Parents in Norway seem to be opting for simpler names that may be more internationally understood when their children grow up, travel abroad and communicate electronically. The new top choice for boys’ names, though, may still raise questions over its spelling.
Norway’s state statistics bureau SSB released its annual list this week of the names most often given to babies born last year. Gone are names that include the Norwegian letters “æ, ø” and “å,” which can create challenges when choosing e-mail addresses or being translated into other languages or for computer use. The spelling of names including the letter “ø,” for example, often needs to be changed to a simple “o” or “oe” on everything from airline tickets to visa forms, and sometimes that can lead to various identity issues.
The most popular names given to the newest generation of babies born in Norway avoid such issues, either consciously or unconsciously. “Emma” emerged as the name given to the most baby girls last year, possibly because it’s easy to pronounce in almost any language and easy to spell as well. SSB noted that “Emma” has been a popular choice for the past several years and returned to the top of its list in 2013.
The next most popular list on SSB’s “Top Ten” list still may leave the girls needing to specify how they’re spelled: Sara/Sarah, Sofie/Sophie (pronounced “So-FEE-ah” in Norwegian), Ingrid/Ingerid, Nora/Norah, Maja/Maia/Maya, Linnea/Linea, Thea/Tea (TAY-ah), Sofia/Sophia, and Emilie.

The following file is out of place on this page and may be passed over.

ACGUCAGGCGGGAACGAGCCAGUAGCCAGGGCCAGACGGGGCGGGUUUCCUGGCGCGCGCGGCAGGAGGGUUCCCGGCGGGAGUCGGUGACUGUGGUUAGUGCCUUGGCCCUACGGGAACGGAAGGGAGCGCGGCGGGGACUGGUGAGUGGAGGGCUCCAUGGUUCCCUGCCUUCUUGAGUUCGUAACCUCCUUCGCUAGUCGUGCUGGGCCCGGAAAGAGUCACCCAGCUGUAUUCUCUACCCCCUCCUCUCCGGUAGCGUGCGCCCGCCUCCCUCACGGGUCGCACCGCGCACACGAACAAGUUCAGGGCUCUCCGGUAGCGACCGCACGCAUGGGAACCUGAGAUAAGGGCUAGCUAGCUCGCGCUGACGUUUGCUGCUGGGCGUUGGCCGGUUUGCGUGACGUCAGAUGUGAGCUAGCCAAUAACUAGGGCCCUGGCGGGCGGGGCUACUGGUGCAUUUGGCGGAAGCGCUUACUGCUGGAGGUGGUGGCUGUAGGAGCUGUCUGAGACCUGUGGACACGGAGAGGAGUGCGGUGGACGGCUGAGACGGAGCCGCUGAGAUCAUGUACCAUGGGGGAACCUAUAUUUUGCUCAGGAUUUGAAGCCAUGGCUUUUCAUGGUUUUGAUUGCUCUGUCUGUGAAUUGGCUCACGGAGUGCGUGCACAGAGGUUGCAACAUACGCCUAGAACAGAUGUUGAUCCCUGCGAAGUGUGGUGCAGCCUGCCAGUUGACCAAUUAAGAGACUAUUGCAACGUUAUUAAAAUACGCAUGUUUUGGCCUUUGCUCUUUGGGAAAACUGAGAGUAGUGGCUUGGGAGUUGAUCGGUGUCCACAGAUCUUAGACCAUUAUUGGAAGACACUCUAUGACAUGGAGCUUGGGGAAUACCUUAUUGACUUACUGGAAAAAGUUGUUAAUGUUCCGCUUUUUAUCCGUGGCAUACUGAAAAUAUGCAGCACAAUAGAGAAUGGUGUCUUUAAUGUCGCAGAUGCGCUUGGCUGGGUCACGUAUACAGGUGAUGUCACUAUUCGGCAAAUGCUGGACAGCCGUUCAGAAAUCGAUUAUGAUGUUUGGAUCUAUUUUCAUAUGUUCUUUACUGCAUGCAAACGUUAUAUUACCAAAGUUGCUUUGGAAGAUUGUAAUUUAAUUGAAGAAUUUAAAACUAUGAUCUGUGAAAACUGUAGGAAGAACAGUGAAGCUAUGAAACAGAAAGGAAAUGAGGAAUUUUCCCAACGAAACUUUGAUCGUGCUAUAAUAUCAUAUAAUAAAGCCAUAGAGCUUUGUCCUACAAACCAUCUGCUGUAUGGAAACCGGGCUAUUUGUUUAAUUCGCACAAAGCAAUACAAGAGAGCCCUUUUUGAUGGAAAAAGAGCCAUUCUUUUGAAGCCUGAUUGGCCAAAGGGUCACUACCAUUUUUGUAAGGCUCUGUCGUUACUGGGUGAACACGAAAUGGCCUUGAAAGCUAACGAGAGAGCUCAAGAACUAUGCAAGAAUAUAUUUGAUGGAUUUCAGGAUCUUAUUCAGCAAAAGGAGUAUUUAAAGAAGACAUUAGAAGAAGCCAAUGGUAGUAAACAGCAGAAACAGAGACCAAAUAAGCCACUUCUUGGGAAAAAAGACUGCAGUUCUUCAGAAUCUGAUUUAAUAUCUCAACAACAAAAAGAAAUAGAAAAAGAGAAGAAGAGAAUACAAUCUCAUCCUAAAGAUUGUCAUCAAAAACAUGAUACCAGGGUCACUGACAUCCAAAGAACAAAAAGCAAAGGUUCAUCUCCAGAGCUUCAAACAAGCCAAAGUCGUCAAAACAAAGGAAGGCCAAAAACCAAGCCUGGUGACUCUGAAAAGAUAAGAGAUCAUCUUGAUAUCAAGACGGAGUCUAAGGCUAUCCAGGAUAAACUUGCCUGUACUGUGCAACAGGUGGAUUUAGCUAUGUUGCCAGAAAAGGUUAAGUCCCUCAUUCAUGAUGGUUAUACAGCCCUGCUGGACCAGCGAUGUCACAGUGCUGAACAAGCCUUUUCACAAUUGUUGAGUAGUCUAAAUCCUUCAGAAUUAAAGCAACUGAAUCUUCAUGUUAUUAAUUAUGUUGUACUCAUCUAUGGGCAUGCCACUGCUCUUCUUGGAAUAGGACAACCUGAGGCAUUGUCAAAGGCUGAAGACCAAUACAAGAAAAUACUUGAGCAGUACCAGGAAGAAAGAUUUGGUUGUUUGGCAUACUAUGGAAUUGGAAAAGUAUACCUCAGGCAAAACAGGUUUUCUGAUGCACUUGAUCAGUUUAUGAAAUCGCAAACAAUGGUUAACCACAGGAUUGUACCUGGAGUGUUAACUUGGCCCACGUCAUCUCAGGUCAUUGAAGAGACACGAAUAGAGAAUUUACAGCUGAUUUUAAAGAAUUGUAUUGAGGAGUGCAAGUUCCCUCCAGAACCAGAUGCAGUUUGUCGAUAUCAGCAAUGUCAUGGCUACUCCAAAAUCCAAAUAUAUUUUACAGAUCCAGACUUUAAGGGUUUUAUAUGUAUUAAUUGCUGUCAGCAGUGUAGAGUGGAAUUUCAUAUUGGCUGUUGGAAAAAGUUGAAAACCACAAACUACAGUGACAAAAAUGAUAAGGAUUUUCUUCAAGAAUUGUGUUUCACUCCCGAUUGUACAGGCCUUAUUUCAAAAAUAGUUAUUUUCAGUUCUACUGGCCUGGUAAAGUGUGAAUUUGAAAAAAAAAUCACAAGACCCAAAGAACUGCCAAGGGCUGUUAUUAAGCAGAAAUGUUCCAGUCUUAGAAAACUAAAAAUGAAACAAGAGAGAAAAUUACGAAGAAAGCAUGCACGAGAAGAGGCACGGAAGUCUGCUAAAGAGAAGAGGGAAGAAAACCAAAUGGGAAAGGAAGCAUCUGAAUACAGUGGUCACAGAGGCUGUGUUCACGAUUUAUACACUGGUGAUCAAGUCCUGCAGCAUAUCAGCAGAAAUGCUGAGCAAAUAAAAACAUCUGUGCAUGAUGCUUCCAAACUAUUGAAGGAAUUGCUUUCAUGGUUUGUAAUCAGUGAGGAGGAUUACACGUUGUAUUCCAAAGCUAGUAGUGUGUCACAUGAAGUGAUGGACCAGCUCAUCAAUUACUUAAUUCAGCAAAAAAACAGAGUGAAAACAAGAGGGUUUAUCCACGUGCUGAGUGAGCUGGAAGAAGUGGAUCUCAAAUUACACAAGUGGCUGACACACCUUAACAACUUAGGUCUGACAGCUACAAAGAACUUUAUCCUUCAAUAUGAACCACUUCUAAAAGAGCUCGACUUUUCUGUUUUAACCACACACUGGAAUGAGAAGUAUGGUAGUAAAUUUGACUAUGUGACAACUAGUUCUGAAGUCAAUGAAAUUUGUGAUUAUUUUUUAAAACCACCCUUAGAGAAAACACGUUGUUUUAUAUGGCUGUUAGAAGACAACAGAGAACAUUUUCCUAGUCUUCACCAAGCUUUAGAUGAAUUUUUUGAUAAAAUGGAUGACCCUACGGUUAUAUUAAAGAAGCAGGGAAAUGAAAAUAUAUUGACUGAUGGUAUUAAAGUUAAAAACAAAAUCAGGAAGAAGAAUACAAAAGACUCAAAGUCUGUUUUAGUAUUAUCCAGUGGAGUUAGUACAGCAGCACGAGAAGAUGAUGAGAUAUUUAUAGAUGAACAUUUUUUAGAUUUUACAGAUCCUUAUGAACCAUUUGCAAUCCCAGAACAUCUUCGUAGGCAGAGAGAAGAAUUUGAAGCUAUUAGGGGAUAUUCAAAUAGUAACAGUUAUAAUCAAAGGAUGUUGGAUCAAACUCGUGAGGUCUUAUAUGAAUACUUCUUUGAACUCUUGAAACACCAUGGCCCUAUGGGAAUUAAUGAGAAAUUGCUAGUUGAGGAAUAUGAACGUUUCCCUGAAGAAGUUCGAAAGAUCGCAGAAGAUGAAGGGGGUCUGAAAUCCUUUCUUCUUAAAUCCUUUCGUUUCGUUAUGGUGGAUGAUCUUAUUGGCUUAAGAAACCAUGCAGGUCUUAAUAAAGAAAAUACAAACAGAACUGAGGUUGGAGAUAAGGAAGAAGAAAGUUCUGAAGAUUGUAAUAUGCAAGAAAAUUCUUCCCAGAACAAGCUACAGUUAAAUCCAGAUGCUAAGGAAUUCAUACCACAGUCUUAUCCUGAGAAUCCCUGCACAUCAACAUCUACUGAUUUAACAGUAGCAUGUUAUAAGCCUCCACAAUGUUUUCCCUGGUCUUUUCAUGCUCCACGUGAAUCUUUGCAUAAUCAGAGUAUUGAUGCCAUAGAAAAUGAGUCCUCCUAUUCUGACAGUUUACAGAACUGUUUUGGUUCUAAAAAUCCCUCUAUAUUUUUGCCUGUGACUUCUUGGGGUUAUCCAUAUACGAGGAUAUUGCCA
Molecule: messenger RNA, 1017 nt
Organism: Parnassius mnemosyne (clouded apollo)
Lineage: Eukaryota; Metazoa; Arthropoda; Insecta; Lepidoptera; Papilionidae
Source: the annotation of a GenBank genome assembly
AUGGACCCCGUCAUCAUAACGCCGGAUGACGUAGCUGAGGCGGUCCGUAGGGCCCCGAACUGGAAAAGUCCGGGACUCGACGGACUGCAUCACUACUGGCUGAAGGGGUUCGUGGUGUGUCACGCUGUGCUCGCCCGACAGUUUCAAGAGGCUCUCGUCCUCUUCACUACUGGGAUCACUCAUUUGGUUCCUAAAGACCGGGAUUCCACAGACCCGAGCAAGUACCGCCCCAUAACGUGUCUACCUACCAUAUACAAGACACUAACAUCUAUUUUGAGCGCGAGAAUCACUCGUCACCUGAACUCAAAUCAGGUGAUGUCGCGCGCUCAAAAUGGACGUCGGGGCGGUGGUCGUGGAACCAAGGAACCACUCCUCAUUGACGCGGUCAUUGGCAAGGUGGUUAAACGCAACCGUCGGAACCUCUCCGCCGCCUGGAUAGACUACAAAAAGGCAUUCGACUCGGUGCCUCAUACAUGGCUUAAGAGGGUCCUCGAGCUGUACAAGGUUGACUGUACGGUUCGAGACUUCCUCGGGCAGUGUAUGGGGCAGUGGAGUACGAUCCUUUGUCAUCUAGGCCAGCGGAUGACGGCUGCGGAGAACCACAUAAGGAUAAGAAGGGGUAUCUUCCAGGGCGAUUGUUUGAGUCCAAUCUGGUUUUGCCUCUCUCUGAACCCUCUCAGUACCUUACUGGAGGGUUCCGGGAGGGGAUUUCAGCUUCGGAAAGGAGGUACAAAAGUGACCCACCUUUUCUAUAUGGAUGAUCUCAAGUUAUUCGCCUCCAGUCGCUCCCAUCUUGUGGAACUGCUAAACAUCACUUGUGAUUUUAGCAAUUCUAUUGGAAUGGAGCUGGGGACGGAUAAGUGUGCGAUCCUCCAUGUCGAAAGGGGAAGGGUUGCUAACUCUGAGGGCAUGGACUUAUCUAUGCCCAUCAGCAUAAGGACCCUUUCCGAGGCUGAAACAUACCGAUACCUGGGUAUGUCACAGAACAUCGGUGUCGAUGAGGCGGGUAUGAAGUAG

The top choice for boys’ names still raised spelling issues, but few pronunciation challenges, with a majority of parents opting for “Filip/Fillip/Philip/Phillip.” That name was followed by a relatively simple “William” as the second-most popular choice for boys.
Then came Lucas/Lukas, Mathias/Matias (roughly pronounced “Ma-TEE-uss” in Norwegian), Jakob/Jacob and Oskar/Oscar, followed by Oliver (“Oh-LEE-vair”), Alexander/Aleksander (Ah-lex-SAN-dair”), Magnus and Isak/Isac/Isaac (“EE-sahk”).
“Nora” and “Lucas” were the most popular names in 2012, with the variations of “Filip” down in 18th place. SSB officials had no immediate explanation as to why “Filip/Fillip/Philip/Phillip” suddenly soared to the top of their list in Norway (external link, in Norwegian) last year, but noted that many names in Norway are influenced by those in Sweden, where both “Filip” and “Emma” are common.
Some parents still choose traditional Norwegian names for their children, with even old Viking names making a comeback in recent years. SSB’s list indicates, however, that many are opting for practicality in a global age.
SSB noted that there were regional variations within Norway, with “Olivia” topping the list of names for girls in Stavanger, for example, and claiming the number-two spot in Bærum, just west of Oslo. The most common name given to baby boys in Oslo was, once again, various spellings of “Mohammad,” while “Oliver” was most popular in the western counties of Hordaland and Sogn og Fjordane, and “Lucas” was most popular in Hadeland, north of Oslo.
Only half the babies born in Norway last year were given a middle name, while 8.6 percent were given a hyphenated last name, to reflect both of their parents’ last names. It’s common for Norwegian women to retain their own names when they marry.